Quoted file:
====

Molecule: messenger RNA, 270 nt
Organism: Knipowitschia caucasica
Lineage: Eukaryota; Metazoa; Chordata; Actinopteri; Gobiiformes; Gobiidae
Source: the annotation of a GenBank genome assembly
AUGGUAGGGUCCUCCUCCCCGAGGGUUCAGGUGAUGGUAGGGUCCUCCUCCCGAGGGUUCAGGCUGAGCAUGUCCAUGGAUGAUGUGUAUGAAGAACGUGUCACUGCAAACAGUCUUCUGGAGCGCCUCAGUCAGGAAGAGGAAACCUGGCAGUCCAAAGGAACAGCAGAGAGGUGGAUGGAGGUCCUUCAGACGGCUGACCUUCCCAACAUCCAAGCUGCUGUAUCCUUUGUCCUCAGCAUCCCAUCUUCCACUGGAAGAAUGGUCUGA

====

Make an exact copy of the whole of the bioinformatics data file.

Molecule: messenger RNA, 270 nt
Organism: Knipowitschia caucasica
Lineage: Eukaryota; Metazoa; Chordata; Actinopteri; Gobiiformes; Gobiidae
Source: the annotation of a GenBank genome assembly
AUGGUAGGGUCCUCCUCCCCGAGGGUUCAGGUGAUGGUAGGGUCCUCCUCCCGAGGGUUCAGGCUGAGCAUGUCCAUGGAUGAUGUGUAUGAAGAACGUGUCACUGCAAACAGUCUUCUGGAGCGCCUCAGUCAGGAAGAGGAAACCUGGCAGUCCAAAGGAACAGCAGAGAGGUGGAUGGAGGUCCUUCAGACGGCUGACCUUCCCAACAUCCAAGCUGCUGUAUCCUUUGUCCUCAGCAUCCCAUCUUCCACUGGAAGAAUGGUCUGA